ADVERTISING has been a controversial issue in the health profession for at least a decade. Professional societies have traditionally discouraged or prohibited client or patient solicitation efforts by their members. Many professions have belatedly considered themselves out of the mainstream of the competitive marketplace. However, recent rulings by the Supreme Court and lower federal courts have upheld the right of health care practitioners to advertise. Furthermore, the introduction and expansion of advertising in several health-related professions have promoted more competitive pricing, higher consumer awareness, better service, and decreased overall cost.1 Thus, advertising and more manifest client solicitation techniques have broken into the formerly untouched territory of the health professions.2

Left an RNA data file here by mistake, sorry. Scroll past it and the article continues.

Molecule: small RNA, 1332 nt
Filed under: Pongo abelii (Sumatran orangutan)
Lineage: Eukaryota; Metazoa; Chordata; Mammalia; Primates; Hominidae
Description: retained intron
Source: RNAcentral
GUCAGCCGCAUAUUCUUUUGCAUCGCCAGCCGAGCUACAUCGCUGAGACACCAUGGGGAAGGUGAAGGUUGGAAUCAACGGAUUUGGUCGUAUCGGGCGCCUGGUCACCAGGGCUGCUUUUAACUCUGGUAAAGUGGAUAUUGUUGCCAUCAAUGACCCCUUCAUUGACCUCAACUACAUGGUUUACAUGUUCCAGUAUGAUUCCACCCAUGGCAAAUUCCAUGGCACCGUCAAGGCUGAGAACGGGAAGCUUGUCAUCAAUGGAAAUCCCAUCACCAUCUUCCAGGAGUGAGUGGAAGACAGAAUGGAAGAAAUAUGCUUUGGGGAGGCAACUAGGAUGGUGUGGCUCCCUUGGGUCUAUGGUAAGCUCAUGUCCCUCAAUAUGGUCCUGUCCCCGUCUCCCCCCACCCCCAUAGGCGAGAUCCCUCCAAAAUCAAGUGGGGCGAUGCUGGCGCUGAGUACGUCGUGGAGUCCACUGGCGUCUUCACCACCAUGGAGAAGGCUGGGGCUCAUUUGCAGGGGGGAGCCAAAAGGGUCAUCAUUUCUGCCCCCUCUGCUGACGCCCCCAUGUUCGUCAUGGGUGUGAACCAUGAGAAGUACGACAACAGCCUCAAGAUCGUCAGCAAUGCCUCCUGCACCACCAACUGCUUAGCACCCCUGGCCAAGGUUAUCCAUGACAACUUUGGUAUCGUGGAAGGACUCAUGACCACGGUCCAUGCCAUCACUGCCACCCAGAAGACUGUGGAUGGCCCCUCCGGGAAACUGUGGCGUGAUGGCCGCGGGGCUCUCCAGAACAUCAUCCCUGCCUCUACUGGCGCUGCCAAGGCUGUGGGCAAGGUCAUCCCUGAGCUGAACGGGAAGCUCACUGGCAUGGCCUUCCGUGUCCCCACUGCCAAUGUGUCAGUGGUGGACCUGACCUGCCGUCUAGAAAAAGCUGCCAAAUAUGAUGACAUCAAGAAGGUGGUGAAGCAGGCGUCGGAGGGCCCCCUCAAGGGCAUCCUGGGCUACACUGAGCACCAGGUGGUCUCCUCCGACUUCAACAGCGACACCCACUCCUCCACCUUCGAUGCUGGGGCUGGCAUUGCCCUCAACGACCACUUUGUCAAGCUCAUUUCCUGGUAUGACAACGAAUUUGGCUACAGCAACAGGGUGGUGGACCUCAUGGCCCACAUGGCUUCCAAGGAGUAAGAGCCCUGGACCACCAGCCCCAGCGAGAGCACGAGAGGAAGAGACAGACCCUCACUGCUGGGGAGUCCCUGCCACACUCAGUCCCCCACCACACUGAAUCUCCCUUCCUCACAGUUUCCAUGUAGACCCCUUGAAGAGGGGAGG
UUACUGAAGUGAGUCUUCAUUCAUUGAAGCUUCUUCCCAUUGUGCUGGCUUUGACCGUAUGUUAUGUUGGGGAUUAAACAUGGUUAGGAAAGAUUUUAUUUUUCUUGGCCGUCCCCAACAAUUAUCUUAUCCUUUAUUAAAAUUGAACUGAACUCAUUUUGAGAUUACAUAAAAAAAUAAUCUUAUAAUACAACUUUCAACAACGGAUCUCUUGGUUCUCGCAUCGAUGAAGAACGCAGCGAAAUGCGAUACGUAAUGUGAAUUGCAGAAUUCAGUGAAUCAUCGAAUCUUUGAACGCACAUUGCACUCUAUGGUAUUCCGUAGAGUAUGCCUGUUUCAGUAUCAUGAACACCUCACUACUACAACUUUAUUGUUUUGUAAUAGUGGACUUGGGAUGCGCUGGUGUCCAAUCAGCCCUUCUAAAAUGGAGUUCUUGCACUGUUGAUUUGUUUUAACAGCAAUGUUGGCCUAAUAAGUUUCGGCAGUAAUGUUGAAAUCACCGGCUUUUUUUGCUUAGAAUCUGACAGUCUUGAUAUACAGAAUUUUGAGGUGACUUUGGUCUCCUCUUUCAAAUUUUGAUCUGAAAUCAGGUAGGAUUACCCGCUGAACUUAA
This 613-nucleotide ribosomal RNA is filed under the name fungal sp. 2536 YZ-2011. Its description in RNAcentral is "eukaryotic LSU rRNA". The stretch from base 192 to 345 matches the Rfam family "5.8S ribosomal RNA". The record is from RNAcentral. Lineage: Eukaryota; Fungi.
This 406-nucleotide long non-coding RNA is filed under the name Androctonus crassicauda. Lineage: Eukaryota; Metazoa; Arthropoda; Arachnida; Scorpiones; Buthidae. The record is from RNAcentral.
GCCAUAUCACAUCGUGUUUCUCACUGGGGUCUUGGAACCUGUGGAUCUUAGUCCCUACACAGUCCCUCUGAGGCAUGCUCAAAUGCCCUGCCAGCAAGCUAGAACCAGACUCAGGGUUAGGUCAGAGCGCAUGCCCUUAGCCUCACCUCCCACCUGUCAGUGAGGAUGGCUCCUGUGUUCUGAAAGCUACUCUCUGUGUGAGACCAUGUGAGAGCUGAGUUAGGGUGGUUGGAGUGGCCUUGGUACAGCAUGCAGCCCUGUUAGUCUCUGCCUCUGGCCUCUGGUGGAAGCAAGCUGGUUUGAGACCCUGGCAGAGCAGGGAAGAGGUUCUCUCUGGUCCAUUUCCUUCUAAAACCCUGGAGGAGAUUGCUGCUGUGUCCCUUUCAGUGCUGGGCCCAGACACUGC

A recent exploratory survey of physicians' attitudes at a regional meeting of the American College of Physicians disclosed strong sentiments against any type of public advertisement of physicians' services.3,4 Furthermore, almost all respondents were of the opinion that
Wright RA, Allen BH. Marketing and Medicine: Why Advertising Is Not an Issue. JAMA. 1983;250(1):47–48. doi:10.1001/jama.1983.03340010029023
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